Later, the space was included in a citywide master plan as an area ideal for recreation, and that same year, it was purchased for the city for about $7 million. The city put up some of the cost, but the majority of it was covered by the Trust for Public Land, a national nonprofit that engages in business deals with property owners on behalf of cities wishing to construct open space projects. Further funding was provided by the state and the county.

Some crucial steps were completed by the Roberts administration, but the park didn’t really start to gain momentum until 2010, when Zimmer and her team began holding public forums to decide what the best uses for the space would be. Healy said that her organization advocated heavily for active recreation fields.

“When we were working on the master plan, we became aware that a lot of kids who played sports here were playing until 10 p.m. because there weren’t enough fields,” she said. “We felt that an athletic space would be an important thing.”

There were some environmental issues that followed, including worries over whether a full soil remediation would have to be completed before construction could start, said Forbes. The Department of Environmental Protection (DEP) eventually decided against the remediation, but said that the city would have to put two feet of soil on top of the field before construction. The city agreed, but later proposed using artificial turf instead. DEP agreed, and the city decided to use the soil to build a raised foothill at the field’s northern end, which can now be used for observing the field.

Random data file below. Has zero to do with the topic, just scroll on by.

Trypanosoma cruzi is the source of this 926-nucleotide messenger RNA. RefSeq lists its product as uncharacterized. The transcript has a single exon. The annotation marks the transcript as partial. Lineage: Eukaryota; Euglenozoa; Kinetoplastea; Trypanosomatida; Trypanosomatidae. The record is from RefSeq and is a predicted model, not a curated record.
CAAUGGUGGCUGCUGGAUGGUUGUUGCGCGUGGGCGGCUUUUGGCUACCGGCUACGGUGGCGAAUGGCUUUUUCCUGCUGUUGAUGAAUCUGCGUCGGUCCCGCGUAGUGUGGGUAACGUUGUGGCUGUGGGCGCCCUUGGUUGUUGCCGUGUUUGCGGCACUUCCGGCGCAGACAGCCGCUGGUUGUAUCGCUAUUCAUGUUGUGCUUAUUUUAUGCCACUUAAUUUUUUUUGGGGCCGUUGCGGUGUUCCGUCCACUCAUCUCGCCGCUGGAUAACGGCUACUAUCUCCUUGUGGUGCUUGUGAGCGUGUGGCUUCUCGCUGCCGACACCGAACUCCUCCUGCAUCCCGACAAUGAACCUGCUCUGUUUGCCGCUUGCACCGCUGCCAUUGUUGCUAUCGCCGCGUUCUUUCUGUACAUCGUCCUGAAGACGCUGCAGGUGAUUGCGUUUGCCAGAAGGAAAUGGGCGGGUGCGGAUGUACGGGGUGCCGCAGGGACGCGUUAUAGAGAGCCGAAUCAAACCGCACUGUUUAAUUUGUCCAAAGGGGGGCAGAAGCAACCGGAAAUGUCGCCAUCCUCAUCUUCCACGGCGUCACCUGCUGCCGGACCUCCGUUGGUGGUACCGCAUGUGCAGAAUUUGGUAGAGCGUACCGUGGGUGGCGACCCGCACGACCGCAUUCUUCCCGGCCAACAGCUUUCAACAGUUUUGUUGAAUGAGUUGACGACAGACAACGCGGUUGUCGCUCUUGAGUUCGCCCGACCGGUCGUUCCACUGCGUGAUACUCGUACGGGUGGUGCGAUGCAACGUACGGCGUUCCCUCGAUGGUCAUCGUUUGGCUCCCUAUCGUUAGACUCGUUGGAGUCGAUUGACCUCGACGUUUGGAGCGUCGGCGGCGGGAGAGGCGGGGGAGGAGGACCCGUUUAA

b>The future and Hoboken Cove

There are plans to connect 1600 Park and what has become known as Hoboken Cove, a small pebble beach north of 16th Street on the river. The connection would result in a massive uptown park space, complete with a boathouse, playground and various lawns reminiscent of Pier C’s futuristic design.

The city is currently seeking funding to complete the second phase of the project, which will include the boathouse. With the boathouse, the Hoboken Kayak Club as well as private kayakers and canoers could store their boats by the water, rather than have to transport them, said Zimmer. There would also be expanded access for the sailing team at Stevens Institute of Technology.

Zimmer said that the plans for the expanded park would also involve looking into whether any flood resilience measures could be worked into the existing plans. The bids that the city requested from contractors, she said, involved a request for a company that had worked with green infrastructure and flood resiliency.

Healy said that the bigger the city can make the park, the better it would be for Hoboken residents.

“Our mission is to make sure all the spaces designated as possible parks in the master plan actually become parks,” she said. “1600 Park is a great first step.”

Dean DeChiaro may be reached at deand@hudsonreporter.com